Nature Saves Me

Sheffield collage artist Melanie Pearson "Les Fruits de Mel"

(Written on 31st December 2021 but not actually posted until 2022 due to the hurly burly of life and all its many obstacles)

The newspapers called it “unprecedented” as if there were no other words in the collective vocabulary. We thought 2020 was a year like no other; we didn’t expect 2021 also to be quite as un-normal as it has turned out to be. So, as another unusual year comes to its end, I reflect on the things that have got me through. We all seem to have had one or two things that saved the day, be it baking or box sets. The main one for me used to be swimming, but in the last two years that has changed. When the pools were closed for so long, and everyone seemed to be wild swimming, I somehow didn’t want to do that as much. Wild swimming is special and lovely and there are some beautiful places to do it around the outskirts of Sheffield but it felt different; involving a drive or bus out to the reservoirs, and somehow more of a social activity. My pool swims were solitary, exercising for mind and soul as well as body, and while I loved the community at the pool, my swims were always the way back to myself, shoulder knots unfurling and everything feeling suddenly back in perspective. The baths are ten minutes walk from my house and their simplicity and availability were key. When the baths opened up again I’d still go for a swim, and enjoy it, but booking ahead for restricted sessions makes it trickier to fit in, and something has changed. So now it’s walking in nature. 

Walking was always so much more than just a cheap way of getting from A to B. There’s a wonderful saying attributed to the Greek philosopher Diogenes, that when in doubt, “solvitur ambulando”- it is solved by walking. Like swimming, it calms the mind while exercising the legs and lungs, and somehow things seem better for doing it. One of the best things I did in 2021 was go on a walking trek across Dartmoor, walking mostly in silence with a small group, following ancient pathways carved out by people and animals over hundreds of years. Walking and sleeping out on the wild moorlands amongst standing stones and extraordinary skies, walking through sun and rain and mud and mist, just letting our feet find their rhythm. Everything seemed to fall into balance and re-set. And perhaps most crucially, having left my “full of care” head behind, along with my phone, I learned to switch my thoughts off in a way I’d never managed in a thousand attempts at meditation, by simply being in nature and just looking. As a city-based tree-hugger who loves walking locally but had never done anything on this scale, it was what they call a game-changer.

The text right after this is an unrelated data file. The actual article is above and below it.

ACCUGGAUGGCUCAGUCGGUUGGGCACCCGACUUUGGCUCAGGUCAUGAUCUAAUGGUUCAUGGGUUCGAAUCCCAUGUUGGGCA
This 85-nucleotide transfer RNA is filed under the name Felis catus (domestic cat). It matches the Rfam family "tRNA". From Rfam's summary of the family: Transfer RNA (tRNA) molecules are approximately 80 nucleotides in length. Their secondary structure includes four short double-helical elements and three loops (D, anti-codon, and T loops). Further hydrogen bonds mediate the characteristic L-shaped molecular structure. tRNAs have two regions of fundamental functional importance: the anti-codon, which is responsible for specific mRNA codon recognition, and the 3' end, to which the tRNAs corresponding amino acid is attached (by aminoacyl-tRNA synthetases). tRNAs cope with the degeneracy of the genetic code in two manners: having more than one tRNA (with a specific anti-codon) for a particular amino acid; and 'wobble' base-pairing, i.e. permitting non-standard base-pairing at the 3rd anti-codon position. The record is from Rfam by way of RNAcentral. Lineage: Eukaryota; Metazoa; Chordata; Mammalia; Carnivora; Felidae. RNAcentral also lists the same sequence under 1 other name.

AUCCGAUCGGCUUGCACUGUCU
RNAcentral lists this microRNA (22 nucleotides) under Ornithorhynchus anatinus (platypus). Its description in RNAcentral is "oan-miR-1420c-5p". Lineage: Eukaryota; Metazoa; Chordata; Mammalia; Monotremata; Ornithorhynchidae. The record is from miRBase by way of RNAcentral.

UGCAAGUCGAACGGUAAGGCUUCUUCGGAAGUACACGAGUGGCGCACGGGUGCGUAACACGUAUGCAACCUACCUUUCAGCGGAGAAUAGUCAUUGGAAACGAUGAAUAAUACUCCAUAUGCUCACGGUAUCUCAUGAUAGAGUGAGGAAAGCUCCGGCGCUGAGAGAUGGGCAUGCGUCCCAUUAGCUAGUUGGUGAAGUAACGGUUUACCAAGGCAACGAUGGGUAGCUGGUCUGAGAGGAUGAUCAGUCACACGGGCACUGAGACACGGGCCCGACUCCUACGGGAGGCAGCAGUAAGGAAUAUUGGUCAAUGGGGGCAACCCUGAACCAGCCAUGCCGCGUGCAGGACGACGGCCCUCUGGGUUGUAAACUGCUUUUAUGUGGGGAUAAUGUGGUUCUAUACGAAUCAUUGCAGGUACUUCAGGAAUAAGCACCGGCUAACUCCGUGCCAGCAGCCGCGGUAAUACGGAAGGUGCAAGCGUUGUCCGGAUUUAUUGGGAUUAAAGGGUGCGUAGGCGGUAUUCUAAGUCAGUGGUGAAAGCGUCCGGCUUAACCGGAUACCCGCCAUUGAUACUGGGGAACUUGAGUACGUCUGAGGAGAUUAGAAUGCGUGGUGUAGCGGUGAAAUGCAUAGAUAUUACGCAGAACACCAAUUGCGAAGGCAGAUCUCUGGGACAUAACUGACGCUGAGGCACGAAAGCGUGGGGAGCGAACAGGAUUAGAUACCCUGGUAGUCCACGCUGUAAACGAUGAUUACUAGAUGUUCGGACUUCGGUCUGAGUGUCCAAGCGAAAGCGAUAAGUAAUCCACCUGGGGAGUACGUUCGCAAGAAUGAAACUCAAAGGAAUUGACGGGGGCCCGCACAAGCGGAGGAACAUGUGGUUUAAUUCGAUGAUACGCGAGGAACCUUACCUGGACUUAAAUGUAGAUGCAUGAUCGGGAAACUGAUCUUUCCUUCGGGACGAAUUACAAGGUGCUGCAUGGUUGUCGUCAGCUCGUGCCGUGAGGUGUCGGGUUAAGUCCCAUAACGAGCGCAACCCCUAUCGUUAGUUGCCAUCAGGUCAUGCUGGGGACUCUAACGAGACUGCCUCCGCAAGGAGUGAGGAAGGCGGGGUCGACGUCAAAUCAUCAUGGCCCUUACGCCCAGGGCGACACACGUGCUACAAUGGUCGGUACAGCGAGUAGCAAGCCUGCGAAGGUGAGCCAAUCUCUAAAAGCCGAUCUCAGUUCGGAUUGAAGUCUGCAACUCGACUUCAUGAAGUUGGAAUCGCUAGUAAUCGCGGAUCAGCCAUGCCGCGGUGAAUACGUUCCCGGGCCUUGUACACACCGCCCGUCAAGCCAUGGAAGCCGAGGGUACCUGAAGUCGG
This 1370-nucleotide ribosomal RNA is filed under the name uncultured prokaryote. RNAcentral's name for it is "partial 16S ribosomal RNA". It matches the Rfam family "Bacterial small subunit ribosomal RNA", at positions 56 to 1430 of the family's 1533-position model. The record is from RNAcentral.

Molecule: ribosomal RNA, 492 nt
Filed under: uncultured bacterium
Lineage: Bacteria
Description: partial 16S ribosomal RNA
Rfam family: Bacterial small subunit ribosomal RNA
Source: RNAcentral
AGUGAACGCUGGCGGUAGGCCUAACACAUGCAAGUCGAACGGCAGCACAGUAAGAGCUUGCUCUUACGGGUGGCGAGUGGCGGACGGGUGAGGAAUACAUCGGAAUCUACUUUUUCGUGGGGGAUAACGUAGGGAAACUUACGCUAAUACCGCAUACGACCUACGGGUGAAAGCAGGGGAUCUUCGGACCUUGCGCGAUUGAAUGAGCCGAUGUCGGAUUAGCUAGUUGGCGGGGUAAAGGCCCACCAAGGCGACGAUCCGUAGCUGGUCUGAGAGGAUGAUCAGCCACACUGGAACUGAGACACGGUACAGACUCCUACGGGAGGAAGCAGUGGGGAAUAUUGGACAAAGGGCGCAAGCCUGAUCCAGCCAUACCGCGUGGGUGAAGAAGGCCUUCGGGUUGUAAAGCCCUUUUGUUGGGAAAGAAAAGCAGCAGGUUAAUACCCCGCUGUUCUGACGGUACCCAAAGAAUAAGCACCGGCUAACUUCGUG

Back home, I realised that although I love the green parks and woodlands and moors of Sheffield, what I really love is walking along its high edges: steep hills with high plateaus, feeling the pleasant pull on my muscles of brisk uphill climbing, rewarded by a panoramic view of sheer breathtaking beauty.

So a daily walk amidst some kind of wildness and greenery has become my life-saving companion (alongside the early morning ritual I have done since being on Dartmoor, sitting in the garden for ten minutes with my coffee, not trying to plan or change anything, just looking.) On a good day, getting out to water or the wild edges. These things have got me through the last months and long may they continue. But as 2021 ends and a new year begins, I wonder how to incorporate art and making into these small excursions, and then too, where to go next…

New year’s reading: “The Songlines” by Bruce Chatwin (perhaps no accident that he was born in Sheffield and also grew up walking its woodlands and edges) is a beautiful book about the joys of walking and its history. A book I first read years ago and which feels very timely to read again now.

*I do so recommend Henriette as a walking guide and for her philosophy of being a woman in nature. 

And if you have any recommendations or tips about possible future adventures or wild wanderings, coast to coast walks and the like, then please do let me know. Happy New Year XXX

2 Replies to “Nature Saves Me”

  1. A lovely, thoughtful read – and a gentle, quietly determined start to a year of solving by walking (and hopefully a little more swimming). Enjoy ‘The Songlines.’

    1. Thank you! Taking things at a gentle pace to reflect the slower rhythms of winter days, not to mention the health situation. But it’s still good to dream, and get inspiration from reading, and plan…

Leave a Reply

Your email address will not be published.